The president had a problem with Chuck Hagel after his disastrous testimony before a Senate committee. Although Hagel most likely will squeak through, albeit embarrassed and compromised, will John Brennan now face the kind of questions he cannot answer, and possibly be stopped from ascending to the post of CIA chief, which seemed to most observers at first to be a done deal? We will learn the answer soon.
Update: 11:15 a.m. EST, Feb.6, 2013
Some readers are upset to find, at a conservative website, a critique of the Obama administration’s legal reasons advanced in the cited memo for using drone attacks. They fear that it means one writer, myself, is soft on terrorism. I admonish readers to consider that this is a complicated issue, and by now, others have weighed in.
First, here is what Jim Geragthy writes in his “Morning Jolt” e-mail sent to National Review readers:
Let me throw you a curveball by quoting Adam Serwer of Mother Jones, reacting to the administration's release of its legal justification to kill Americans believed to be involved with terror without a trial, by drone:
The Obama administration claims that the secret judgment of a single "well-informed high level administration official" meets the demands of due process and is sufficient justification to kill an American citizen suspected of working with terrorists. That procedure is entirely secret. Thus it's impossible to know which rules the administration has established to protect due process and to determine how closely those rules are followed. The government needs the approval of a judge to detain a suspected terrorist. To kill one, it need only give itself permission.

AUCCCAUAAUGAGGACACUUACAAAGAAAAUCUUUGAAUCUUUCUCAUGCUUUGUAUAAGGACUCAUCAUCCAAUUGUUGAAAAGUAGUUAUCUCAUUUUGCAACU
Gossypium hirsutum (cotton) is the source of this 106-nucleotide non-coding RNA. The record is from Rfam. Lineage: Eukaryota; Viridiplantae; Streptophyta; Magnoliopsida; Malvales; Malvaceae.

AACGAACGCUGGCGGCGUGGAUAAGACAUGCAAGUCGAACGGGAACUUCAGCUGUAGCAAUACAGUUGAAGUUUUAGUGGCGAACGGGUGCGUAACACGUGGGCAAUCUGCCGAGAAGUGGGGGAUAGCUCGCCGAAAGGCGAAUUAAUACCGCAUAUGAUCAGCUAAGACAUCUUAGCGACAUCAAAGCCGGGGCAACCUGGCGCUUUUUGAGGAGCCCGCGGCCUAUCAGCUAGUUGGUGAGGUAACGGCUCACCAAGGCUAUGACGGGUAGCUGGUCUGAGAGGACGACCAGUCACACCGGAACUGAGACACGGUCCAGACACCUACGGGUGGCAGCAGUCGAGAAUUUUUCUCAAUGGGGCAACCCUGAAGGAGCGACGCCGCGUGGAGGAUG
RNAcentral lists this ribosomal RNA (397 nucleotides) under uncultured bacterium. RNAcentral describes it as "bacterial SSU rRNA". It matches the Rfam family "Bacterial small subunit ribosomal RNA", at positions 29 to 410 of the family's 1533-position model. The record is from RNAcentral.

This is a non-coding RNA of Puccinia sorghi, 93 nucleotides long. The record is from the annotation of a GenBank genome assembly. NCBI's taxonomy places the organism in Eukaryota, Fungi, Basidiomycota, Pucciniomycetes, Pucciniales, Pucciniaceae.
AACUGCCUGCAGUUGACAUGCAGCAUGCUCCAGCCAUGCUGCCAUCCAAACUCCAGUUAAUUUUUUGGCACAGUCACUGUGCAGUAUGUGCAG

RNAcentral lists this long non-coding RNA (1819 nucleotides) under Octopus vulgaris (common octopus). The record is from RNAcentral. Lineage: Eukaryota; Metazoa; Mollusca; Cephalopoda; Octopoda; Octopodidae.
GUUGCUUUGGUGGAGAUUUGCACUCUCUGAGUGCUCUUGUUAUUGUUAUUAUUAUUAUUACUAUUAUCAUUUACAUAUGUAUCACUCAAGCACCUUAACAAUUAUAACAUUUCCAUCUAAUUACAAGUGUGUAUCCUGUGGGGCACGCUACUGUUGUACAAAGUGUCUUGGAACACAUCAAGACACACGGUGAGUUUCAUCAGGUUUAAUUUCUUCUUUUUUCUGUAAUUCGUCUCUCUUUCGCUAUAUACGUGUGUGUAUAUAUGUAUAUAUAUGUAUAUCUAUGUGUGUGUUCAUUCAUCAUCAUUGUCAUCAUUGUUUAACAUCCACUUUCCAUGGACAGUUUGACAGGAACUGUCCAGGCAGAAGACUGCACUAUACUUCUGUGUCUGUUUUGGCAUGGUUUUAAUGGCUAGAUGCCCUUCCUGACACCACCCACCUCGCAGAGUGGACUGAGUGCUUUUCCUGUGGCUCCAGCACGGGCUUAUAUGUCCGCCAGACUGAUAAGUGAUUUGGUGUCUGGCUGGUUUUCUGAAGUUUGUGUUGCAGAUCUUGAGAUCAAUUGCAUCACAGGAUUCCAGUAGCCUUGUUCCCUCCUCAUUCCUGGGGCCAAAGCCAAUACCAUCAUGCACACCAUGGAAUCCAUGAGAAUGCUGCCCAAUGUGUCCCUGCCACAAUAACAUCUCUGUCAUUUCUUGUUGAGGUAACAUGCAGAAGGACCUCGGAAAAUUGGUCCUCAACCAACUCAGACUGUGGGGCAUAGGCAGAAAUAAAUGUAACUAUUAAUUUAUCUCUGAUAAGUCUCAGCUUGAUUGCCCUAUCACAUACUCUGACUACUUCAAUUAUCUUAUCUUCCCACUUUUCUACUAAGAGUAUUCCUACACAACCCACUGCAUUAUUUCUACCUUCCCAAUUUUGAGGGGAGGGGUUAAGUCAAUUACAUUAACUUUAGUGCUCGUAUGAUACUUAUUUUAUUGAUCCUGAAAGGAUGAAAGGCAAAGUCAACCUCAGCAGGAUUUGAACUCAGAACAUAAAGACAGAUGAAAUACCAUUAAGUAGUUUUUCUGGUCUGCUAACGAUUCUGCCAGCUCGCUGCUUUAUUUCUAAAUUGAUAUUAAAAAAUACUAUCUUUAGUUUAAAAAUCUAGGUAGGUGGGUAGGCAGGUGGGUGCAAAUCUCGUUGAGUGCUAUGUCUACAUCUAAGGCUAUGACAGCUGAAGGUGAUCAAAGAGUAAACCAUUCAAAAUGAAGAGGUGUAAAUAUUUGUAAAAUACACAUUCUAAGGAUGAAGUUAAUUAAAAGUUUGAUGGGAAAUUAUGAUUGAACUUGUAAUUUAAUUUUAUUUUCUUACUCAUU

Of course, the hypocrisy of most liberals doesn't get us off the hook on the need to have a coherent view on this. Okay, conservatives, big question now: If this were President Romney, would we be shrugging, concerned, complaining or screaming? I think "concerned." At the very least, you would want another set of eyes – the House or Senate intelligence committees, or some independent judges – taking a look at the presidential "kill list," right? At least for the American citizens?
Our Charles C.W. Cooke: "In case my position isn't obvious: I am appalled by any president possessing the unilateral power to kill American citizens extrajudicially."
Senator Ron Wyden, Oregon Democrat, puts it rather bluntly: "Every American has the right to know when their government believes that it is allowed to kill them."
That doesn't seem like too much to ask.
Second, a major debate takes place at TNR. Read the two entries by its legal editor, Jeffrey Rosen, and the rebuttal by Jack Goldsmith, who served in the White House as a counsel during the Bush administration, but who resigned and who had differences with the opinions of other advisors. I find it interesting that TNR, the new very liberal TNR, has to go to someone who served in the hated Bush administration for a defense of the Obama administration’s legal arguments for use of drones.
I report, you decide. I think that Rosen has the best argument. You may disagree. But again, let’s avoid ad hominem remarks, and seriously look at the issues.